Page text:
Nascar Drivers Face Dilemma: To Tweet or Not to Tweet?

Mary Jo BuchananSenior Writer IApril 18, 2009

FORT WORTH, TX - APRIL 04:  Michael McDowell, driver of the #47 Tom's Snacks Toyota, kneels next to his car on the grid during the NASCAR Nationwide Series O'Reilly 300 at Texas Motor Speedway on April 4, 2009 in Fort Worth, Texas.  (Photo by Rusty Jarrett/Getty Images for NASCAR)

As if NASCAR drivers do not have enough to worry about already, from figuring out when to pit to trying to feeling if they have a tire going down, they now have to make another critical decision: to tweet or not to tweet.

That's right, even they are facing this "ultimate" question. Should they participate in one of the nation's most rapidly growing social networking sites or keep their tweets to themselves?

Jeff Gluck, Associate Editor for, reveals that Michael McDowell, one of JTG Daugherty Racing's Nationwide drivers, has made the decision to tweet.

And not only is he participating in the world of Twitter, but he has also admitted to tweeting while driving.

McDowell, whose Twitter name is "mmcdowell47," feels that this communication device brings driver and fan even closer together. He said, "It's more's just myself being myself".

For those unfamiliar with, it is a free service that allows individuals to send out "micro-blogs" of 140 characters or less. These short messages are called "tweets," since they are quick outbursts covering everything from the profound to the mundane.

Twitterers can sign up, send out their tweets, and follow the tweets of others.  Twittering provides a unique look into someone's life as they share insights, activities, and feelings right there and then in the moment.

But should the celebrities of racing be sharing that kind of "up close and personal" information with their fans? While Michael McDowell may think so, other drivers feel quite differently.

Dale Earnhardt, Jr. for example, said he would never participate in that kind of a site.  He put it pretty bluntly:

"I don't have a MySpace, a Twitter or none of that crap."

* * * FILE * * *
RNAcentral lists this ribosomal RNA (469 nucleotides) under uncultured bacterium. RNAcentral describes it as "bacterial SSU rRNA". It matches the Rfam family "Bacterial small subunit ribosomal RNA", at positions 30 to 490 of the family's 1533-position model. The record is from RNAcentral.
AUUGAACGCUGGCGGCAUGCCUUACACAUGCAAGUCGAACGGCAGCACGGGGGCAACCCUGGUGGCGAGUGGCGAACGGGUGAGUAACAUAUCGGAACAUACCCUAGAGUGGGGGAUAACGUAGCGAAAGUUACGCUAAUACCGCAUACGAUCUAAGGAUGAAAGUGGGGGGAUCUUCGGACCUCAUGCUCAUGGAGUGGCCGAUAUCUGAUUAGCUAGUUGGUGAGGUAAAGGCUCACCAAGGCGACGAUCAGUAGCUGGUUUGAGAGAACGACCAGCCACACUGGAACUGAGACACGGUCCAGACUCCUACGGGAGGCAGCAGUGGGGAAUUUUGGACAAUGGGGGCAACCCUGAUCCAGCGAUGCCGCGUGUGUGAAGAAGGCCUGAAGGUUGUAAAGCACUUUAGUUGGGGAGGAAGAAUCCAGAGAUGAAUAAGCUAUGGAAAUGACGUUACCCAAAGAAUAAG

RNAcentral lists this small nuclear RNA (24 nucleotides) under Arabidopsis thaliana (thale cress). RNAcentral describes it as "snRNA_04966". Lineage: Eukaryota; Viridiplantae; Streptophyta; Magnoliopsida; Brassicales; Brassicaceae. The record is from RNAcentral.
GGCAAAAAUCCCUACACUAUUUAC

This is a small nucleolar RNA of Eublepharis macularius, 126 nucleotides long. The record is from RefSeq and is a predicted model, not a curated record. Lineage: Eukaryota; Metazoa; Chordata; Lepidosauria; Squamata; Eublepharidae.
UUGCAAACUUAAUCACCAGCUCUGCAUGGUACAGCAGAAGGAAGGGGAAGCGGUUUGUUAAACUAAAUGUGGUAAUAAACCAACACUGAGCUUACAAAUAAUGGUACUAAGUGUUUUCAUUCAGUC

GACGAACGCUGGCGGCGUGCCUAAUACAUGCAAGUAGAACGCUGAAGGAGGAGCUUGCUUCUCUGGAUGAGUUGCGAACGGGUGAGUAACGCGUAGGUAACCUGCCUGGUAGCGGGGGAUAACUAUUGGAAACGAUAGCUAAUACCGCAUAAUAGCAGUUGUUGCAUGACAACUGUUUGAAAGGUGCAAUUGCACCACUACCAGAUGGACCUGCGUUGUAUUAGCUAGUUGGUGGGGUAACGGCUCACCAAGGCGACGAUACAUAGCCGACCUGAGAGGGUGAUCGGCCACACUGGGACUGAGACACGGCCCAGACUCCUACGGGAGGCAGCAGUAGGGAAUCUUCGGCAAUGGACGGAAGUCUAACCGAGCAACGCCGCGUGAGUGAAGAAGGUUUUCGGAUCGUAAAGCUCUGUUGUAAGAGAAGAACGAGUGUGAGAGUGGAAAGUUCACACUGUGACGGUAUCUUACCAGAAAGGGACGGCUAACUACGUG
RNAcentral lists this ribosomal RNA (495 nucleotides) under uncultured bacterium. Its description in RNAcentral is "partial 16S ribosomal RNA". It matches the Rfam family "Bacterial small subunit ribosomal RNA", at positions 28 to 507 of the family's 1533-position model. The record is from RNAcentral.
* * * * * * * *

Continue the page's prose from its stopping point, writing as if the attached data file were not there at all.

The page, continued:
Junior continued, "I really would never get into social networking—it's just a dangerous area to be involved in, especially if you're high-profile".

For NASCAR drivers, there may be other dangers involved as well, especially if they are tweeting behind the wheel of a race car. McDowell acknowledges that they "need voice-activated tweets. Then we'd be set."

In spite of the inherent dangers, these drivers will indeed have to deal with the changing technology and decide how they will engage their fans, many of whom are simply addicted to these newer methods of networking and keeping in touch.

Many drivers have embraced other social network sites, such as MySpace or Facebook.  Whether they actually post themselves or if staff (or perhaps even other fans) post for them, it is another way to engage the supporters.

According to some drivers, tweeting may provide a little too much information to fans. Others, however, have embraced Twitter, like Kyle Petty and Bobby Labonte, who post quite regularly.

Every Nascar racer will have to decide if he feels the need for the constant communication that is Twitter or if social networking sites will be avoided at all costs.

Let's just continue to hope that tweeting and driving at over 100 miles per hour does not cause the deadliest "tweet" of all.

Sources: and nscrwriter on Twitter.